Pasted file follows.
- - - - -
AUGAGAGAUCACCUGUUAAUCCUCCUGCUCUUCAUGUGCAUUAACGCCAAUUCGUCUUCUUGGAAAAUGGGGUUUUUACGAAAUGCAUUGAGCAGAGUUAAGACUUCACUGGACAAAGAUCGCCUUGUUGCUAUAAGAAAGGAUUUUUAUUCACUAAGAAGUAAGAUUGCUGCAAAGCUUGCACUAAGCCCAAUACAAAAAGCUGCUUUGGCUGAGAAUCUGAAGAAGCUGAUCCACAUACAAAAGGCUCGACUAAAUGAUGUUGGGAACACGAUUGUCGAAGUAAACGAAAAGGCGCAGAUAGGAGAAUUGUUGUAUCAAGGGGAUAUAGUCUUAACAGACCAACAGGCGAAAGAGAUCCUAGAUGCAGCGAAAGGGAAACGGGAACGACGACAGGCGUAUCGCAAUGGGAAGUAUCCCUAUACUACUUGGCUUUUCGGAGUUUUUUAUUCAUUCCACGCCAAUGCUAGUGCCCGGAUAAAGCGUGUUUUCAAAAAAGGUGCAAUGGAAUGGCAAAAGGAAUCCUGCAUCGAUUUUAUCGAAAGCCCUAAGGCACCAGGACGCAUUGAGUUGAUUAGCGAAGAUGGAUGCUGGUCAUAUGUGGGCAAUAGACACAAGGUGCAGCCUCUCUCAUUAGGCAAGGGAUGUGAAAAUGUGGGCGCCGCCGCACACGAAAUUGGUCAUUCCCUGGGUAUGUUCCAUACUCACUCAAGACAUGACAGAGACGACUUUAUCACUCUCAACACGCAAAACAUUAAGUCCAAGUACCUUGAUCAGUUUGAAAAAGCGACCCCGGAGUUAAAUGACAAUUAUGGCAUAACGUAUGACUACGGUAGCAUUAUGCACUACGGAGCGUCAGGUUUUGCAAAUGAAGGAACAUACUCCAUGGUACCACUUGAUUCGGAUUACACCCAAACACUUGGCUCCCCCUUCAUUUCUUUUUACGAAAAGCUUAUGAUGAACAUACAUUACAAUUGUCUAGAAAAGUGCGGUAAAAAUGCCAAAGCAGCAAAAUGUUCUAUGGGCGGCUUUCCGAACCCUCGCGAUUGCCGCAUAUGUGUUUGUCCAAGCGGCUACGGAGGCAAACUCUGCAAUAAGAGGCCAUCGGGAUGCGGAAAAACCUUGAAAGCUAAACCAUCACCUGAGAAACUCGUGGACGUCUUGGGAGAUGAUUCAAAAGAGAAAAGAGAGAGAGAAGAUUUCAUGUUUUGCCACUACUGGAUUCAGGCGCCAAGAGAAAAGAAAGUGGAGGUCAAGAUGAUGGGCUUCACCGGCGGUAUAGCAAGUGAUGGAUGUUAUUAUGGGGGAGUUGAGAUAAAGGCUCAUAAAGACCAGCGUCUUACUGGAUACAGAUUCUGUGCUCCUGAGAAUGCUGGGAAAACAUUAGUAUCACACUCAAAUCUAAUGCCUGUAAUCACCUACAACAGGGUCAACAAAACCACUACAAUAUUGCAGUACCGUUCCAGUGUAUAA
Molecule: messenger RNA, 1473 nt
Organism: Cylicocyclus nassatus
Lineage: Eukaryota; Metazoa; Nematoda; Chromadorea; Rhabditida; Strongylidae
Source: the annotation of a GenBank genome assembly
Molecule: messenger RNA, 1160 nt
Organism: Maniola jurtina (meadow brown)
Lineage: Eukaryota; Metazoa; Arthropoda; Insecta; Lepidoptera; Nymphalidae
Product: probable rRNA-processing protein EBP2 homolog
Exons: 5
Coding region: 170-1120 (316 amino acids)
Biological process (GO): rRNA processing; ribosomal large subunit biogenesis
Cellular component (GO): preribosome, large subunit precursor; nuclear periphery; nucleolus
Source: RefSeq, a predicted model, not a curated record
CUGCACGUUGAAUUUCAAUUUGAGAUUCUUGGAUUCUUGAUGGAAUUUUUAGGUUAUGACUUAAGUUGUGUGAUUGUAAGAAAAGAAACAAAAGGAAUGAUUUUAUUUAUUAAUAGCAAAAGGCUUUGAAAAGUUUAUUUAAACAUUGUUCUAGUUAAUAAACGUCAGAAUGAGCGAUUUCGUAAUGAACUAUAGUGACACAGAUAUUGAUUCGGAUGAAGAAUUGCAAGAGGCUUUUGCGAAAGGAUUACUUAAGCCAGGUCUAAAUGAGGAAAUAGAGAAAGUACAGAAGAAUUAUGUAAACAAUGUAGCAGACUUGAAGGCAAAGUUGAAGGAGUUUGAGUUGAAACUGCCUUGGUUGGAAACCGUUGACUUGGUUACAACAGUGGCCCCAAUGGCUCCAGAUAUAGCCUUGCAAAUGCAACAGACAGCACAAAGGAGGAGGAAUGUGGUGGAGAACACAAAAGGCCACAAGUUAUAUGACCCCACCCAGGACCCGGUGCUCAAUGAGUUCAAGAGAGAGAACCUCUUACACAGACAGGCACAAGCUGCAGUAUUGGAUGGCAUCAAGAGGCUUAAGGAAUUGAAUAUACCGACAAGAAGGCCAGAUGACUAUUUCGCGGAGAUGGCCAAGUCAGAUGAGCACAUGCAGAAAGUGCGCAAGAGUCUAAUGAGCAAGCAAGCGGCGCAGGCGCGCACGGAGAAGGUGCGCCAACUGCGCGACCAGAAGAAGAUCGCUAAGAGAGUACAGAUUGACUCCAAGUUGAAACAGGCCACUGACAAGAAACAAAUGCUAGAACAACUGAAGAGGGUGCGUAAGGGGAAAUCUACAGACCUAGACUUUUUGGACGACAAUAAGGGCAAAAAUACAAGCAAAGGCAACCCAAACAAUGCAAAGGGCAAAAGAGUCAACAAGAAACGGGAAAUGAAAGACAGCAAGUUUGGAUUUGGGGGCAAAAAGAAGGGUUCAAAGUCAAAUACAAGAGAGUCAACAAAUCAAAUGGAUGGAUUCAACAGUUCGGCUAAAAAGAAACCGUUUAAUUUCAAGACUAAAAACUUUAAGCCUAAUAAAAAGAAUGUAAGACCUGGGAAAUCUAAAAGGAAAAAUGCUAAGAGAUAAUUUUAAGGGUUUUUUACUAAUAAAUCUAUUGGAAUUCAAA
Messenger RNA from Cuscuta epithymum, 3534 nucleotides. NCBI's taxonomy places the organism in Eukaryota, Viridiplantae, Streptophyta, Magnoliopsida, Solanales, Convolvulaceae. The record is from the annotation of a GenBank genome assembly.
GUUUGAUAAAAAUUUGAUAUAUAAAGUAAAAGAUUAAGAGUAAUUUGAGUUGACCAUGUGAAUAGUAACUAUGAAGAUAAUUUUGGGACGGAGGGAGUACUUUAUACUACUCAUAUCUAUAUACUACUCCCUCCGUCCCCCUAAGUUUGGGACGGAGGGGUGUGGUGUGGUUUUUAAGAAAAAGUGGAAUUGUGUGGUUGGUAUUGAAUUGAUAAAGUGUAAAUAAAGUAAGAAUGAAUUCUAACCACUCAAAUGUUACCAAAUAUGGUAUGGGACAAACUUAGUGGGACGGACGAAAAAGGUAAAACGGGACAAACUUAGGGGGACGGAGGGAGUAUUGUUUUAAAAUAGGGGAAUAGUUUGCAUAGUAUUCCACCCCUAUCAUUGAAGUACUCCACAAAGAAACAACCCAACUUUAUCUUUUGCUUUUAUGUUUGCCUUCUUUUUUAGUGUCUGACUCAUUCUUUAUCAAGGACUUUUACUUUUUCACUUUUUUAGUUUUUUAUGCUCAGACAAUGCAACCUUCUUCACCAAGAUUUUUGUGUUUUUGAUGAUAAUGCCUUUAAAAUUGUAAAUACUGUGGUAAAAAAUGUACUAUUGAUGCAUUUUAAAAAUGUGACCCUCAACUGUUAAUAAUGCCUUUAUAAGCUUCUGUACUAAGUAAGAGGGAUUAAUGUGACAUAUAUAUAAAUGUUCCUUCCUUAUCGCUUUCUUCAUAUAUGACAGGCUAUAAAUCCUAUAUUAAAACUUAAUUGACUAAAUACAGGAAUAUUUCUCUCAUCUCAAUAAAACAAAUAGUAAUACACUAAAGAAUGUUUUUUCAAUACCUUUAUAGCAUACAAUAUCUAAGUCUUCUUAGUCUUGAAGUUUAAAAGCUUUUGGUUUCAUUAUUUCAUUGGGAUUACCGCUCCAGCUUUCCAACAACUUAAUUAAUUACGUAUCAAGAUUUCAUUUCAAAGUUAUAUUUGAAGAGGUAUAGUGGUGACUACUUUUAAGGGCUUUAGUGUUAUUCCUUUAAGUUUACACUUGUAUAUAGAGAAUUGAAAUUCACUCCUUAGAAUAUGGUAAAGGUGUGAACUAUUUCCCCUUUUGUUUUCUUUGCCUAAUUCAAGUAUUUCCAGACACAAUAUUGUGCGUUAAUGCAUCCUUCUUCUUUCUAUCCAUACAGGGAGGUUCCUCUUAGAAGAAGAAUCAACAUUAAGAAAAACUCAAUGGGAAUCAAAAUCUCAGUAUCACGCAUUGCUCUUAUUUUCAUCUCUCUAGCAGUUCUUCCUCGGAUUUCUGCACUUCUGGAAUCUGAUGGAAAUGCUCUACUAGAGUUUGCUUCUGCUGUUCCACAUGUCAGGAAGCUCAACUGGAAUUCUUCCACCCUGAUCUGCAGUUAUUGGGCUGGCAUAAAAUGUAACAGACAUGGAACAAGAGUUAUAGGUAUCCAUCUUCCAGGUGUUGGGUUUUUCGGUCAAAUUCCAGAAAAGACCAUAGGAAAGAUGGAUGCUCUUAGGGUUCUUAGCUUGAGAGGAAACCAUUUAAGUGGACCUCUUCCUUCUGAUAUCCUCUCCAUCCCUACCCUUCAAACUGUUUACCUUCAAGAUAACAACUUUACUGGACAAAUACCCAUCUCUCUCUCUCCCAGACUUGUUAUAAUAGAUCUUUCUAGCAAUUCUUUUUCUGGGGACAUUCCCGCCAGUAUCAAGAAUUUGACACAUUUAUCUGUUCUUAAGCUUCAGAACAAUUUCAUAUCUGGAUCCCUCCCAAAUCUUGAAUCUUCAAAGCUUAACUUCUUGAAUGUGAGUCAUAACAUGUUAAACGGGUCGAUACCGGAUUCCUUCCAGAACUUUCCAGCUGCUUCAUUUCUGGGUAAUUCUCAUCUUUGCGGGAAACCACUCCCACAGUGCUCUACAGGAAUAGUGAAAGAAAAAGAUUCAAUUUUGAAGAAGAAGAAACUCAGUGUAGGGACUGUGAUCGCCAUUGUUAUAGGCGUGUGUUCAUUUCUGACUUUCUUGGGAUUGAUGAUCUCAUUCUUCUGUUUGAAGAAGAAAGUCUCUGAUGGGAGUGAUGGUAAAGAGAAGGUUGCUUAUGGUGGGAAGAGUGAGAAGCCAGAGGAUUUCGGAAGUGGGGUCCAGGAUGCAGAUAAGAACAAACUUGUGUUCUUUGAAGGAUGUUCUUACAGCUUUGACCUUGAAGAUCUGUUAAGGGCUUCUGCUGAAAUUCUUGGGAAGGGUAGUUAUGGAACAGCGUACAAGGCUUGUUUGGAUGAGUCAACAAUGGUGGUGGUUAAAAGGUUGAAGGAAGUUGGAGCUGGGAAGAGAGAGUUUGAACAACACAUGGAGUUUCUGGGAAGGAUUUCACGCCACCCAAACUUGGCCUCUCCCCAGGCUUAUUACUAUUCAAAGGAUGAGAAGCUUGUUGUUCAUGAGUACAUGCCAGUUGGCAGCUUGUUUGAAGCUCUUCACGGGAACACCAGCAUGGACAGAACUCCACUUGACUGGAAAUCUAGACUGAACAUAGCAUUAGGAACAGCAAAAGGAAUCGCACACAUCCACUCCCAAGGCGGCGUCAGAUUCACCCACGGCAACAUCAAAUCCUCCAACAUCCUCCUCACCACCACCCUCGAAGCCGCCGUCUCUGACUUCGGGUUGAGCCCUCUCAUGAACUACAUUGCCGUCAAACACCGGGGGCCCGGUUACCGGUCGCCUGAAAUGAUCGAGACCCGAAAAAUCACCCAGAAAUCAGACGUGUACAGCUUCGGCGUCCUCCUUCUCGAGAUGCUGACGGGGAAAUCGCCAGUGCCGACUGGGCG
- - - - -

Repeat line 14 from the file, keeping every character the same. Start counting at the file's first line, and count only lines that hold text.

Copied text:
Source: RefSeq, a predicted model, not a curated record